Polio was detected in NYC wastewater, indicating virus circulation

NEW YORK – Polio virus has been found in New York City sewage in another sign of the disease, never before seen in America for a decadeis quietly spreading among the unvaccinated, health officials said Friday.

The presence of the polio virus in the city’s wastewater indicates the potential for local circulation of the virus, the city and New York state health departments said.

State Health Commissioner Dr. Mary T. Bassett said the detection of polio virus in sewage samples in New York City was alarming but not surprising.

“The risk to New Yorkers is real, but prevention is simple – get vaccinated against polio,” New York City Health Commissioner Dr. Ashwin Vasan said in a statement. “With polio circulating in our community, nothing is more essential than immunizing our children to protect them from this virus, and if you are an unvaccinated adult or incomplete vaccination, please choose now to immunize. Polio is completely preventable and its reappearance should be a call to action for all of us.”

Read more: The arrival of polio in the United States is another urgent reminder that children need to be vaccinated

New York City is being forced to confront polio as city health officials struggle to vaccinate vulnerable populations against monkey smallpox and adjust to change COVID-19 Principles.

“We’re dealing with a trio,” Mayor Eric Adams said Friday on CNN. “COVID is still very much here. Polio, we’ve identified polio in our wastewater, and we’re still dealing with the monkeypox crisis. But the team is there. And we are coordinating and we are addressing threats as they come before us, and we are prepared to deal with them with the support of Washington, DC.”

The announcement of the discovery of the polio virus in New York City came shortly after British health authorities announced they had found evidence the virus had spread in London but no human cases had been found. Children aged 1-9 in London are eligible for booster dose of a polio vaccine on Wednesday.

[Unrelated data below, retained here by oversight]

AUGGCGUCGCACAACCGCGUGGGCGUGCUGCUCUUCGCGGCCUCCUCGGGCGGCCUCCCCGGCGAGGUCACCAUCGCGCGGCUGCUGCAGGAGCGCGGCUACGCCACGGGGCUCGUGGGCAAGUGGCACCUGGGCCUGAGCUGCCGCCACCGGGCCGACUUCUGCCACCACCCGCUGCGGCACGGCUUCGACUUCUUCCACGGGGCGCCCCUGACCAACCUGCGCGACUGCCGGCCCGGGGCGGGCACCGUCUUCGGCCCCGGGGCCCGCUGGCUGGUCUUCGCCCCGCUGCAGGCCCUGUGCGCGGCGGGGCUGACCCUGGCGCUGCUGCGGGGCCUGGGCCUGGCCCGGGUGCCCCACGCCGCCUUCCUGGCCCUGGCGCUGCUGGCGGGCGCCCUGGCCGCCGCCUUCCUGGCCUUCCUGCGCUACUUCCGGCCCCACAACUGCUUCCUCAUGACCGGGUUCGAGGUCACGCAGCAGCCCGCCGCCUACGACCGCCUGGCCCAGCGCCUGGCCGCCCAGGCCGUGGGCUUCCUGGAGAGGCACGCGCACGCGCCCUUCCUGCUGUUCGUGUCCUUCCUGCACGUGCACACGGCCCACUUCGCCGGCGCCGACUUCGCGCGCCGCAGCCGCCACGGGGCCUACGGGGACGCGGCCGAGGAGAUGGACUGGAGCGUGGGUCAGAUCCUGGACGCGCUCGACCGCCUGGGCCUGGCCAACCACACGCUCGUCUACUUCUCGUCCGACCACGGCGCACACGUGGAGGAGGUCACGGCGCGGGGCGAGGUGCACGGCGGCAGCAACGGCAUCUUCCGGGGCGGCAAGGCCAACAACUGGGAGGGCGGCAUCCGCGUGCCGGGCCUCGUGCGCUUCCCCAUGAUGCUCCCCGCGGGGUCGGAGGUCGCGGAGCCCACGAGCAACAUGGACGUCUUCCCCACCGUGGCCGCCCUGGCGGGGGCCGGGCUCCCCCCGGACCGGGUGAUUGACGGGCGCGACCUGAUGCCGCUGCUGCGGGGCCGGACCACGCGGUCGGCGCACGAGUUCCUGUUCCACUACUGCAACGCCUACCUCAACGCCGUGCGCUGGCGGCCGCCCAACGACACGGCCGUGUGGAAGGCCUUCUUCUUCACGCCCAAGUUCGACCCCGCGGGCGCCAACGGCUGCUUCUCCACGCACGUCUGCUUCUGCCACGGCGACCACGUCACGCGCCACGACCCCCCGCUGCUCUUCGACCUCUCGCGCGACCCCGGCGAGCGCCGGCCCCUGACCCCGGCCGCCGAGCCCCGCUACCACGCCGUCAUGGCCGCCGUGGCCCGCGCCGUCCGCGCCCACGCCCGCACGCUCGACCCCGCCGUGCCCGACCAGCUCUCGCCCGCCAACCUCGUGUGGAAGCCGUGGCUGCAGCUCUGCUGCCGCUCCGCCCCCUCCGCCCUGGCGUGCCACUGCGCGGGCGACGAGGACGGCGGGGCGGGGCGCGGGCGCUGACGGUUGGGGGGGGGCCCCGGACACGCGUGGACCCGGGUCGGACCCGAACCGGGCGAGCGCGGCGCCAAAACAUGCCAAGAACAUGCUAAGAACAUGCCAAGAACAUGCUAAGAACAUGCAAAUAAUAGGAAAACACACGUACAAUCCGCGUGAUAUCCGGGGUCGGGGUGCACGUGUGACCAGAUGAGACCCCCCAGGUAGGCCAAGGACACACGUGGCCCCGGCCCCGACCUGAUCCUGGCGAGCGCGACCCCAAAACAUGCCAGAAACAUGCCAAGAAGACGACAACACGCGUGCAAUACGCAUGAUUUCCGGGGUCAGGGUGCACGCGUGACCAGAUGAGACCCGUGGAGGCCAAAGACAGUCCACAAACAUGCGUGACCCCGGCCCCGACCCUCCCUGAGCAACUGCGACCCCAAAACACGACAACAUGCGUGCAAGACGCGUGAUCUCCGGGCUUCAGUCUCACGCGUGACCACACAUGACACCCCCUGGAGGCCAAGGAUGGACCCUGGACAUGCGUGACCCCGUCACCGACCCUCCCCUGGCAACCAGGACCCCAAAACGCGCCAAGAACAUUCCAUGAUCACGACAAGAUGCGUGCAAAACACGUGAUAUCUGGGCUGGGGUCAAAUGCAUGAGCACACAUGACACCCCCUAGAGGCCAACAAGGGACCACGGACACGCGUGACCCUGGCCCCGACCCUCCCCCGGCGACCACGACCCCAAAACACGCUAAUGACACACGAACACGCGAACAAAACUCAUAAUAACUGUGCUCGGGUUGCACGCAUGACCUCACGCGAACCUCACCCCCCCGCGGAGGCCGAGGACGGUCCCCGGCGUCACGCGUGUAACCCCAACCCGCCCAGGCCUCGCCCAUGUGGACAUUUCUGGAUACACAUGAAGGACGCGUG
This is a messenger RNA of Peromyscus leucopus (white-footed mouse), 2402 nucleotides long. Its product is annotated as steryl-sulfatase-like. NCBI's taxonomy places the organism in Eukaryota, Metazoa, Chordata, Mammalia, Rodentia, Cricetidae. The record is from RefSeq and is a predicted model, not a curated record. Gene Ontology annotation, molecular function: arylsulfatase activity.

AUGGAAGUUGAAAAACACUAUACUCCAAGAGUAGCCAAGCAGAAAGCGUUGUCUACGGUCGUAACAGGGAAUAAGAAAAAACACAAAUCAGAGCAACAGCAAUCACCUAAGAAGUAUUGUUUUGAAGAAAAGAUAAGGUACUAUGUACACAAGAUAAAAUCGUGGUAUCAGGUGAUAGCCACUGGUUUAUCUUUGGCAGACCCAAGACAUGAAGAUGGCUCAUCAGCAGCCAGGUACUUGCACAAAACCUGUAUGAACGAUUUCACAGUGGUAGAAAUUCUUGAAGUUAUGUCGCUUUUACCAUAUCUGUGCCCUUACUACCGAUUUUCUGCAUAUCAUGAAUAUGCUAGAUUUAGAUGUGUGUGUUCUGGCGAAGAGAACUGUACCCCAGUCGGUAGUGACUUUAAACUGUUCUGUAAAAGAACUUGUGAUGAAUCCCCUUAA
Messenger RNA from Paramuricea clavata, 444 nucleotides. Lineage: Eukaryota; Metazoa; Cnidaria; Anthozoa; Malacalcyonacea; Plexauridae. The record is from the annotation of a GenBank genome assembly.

In New York, a person was paralyzed a few weeks ago with a polio infection in Rockland County, north of the city. Wastewater samples collected in June in both Rockland and neighboring Orange County were found to contain the virus.

Most people infected with polio have no symptoms but can still pass the virus on to others for days or weeks. Vaccination offers strong protection, and authorities recommend that unvaccinated people get vaccinated immediately.

Read more: Parents are facing tough school choices in the COVID-19 era. This is how people make the same decisions when they have polio

Based on past outbreaks, it is possible that hundreds of people in the state have contracted polio and are unaware of it, officials said.

Polio was once one of the nation’s most feared diseases, with outbreaks every year leaving thousands of cases of polio. The disease mainly affects children.

According to the Centers for Disease Control and Prevention, the vaccine became available in 1955, and a national vaccination campaign cut the annual number of cases in the US to less than 100 in the 1960s and less than 100. more than 10 cases in the 1970s, according to the Centers for Disease Control and Prevention.

A small percentage of people with paralysis are paralyzed. The disease is fatal for 5-10% of people who are paralyzed.

All students in New York are required to be vaccinated against polio, but Rockland and Orange counties are known to be centers of vaccine resistance.

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